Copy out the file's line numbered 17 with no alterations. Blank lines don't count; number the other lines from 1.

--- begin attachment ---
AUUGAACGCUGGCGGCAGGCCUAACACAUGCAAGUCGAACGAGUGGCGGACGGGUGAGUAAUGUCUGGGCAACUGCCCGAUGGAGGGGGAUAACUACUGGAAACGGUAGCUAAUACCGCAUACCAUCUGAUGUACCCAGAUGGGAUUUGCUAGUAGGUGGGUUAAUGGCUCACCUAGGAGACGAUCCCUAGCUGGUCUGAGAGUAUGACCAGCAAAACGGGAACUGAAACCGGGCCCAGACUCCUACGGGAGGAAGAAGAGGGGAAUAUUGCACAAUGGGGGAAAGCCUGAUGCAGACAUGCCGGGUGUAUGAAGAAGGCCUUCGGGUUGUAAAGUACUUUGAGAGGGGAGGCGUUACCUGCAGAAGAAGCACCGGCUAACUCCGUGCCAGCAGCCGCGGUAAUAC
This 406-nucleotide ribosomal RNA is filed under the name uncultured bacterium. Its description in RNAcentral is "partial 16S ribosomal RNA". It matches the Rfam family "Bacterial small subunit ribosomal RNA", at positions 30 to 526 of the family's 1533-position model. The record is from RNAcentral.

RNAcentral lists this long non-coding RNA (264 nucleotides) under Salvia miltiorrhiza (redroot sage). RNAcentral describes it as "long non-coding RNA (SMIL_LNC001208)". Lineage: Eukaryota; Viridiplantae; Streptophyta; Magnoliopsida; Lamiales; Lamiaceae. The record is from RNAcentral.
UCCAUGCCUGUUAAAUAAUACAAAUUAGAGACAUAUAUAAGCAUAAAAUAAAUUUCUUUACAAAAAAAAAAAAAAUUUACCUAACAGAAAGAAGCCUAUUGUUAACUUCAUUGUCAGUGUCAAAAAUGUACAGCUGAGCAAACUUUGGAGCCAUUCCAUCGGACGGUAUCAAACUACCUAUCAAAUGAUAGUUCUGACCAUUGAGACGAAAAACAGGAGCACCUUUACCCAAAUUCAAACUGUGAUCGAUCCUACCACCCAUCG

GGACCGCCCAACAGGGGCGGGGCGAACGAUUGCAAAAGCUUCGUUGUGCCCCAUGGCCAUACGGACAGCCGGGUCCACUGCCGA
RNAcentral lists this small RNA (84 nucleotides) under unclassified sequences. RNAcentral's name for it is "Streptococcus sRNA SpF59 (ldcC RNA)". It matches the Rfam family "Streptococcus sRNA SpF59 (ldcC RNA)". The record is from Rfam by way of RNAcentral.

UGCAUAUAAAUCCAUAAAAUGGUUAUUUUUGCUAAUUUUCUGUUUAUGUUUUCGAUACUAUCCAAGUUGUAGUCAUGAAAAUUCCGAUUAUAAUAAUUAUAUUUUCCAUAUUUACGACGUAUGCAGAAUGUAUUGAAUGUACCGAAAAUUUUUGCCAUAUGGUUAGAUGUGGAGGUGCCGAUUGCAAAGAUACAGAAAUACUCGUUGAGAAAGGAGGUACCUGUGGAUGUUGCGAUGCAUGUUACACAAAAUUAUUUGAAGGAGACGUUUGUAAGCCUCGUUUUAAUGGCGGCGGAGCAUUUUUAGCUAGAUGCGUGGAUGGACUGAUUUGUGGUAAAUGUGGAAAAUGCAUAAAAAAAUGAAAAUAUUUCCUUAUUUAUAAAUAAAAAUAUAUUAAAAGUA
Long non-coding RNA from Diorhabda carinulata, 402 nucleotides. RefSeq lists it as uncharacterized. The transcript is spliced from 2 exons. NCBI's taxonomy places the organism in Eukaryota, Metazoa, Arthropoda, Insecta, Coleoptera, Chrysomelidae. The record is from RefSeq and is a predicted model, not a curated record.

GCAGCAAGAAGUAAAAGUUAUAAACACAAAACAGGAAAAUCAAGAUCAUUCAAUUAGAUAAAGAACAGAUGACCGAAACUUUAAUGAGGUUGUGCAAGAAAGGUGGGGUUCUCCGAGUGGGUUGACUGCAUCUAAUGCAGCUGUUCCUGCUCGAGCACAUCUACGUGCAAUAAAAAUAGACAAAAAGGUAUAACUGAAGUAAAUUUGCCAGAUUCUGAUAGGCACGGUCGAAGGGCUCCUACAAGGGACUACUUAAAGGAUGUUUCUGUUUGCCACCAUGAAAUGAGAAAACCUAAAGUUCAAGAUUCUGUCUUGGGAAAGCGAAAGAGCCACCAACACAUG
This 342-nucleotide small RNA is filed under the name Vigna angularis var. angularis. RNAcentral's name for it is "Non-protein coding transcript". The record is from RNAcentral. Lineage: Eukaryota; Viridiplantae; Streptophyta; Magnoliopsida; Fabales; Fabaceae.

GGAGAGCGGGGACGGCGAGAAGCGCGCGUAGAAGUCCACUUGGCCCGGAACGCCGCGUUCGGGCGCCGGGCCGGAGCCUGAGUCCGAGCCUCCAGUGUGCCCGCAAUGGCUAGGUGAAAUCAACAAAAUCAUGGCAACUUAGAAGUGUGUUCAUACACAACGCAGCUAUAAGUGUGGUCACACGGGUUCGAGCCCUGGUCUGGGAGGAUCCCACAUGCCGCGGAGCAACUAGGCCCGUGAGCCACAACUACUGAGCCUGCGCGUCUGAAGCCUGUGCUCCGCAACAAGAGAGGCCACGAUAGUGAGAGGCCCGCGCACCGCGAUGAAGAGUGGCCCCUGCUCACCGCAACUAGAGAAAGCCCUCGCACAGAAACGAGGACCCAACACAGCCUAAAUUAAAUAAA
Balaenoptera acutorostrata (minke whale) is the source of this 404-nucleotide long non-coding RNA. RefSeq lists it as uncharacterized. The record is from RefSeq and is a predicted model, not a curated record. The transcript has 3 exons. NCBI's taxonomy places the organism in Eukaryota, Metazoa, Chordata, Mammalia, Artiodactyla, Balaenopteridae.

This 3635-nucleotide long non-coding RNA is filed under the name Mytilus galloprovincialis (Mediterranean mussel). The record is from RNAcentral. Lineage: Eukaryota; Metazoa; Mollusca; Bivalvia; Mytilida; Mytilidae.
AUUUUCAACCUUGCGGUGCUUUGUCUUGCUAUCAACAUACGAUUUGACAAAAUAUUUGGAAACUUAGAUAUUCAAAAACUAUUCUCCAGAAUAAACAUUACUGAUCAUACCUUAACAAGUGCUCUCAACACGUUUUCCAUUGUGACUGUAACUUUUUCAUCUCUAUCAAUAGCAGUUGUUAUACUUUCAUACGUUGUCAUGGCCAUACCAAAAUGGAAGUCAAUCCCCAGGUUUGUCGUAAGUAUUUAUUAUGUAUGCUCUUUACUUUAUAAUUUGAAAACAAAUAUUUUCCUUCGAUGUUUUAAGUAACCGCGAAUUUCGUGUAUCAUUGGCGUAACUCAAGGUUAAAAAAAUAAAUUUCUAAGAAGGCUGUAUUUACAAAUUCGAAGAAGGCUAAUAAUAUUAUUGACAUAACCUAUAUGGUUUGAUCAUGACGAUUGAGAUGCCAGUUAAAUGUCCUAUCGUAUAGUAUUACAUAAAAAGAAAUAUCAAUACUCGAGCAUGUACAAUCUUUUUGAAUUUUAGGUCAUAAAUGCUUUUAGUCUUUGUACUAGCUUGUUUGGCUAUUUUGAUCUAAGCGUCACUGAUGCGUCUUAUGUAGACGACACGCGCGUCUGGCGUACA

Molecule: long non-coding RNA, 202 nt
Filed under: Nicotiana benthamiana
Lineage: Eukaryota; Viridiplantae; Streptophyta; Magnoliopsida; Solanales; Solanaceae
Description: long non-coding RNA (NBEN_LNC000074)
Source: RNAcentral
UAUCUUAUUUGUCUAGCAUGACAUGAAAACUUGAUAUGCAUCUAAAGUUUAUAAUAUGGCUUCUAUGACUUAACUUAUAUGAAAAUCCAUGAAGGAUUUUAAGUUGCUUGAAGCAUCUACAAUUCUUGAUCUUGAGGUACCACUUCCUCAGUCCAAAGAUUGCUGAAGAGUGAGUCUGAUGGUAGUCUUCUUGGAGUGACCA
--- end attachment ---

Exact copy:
Lineage: Eukaryota; Viridiplantae; Streptophyta; Magnoliopsida; Solanales; Solanaceae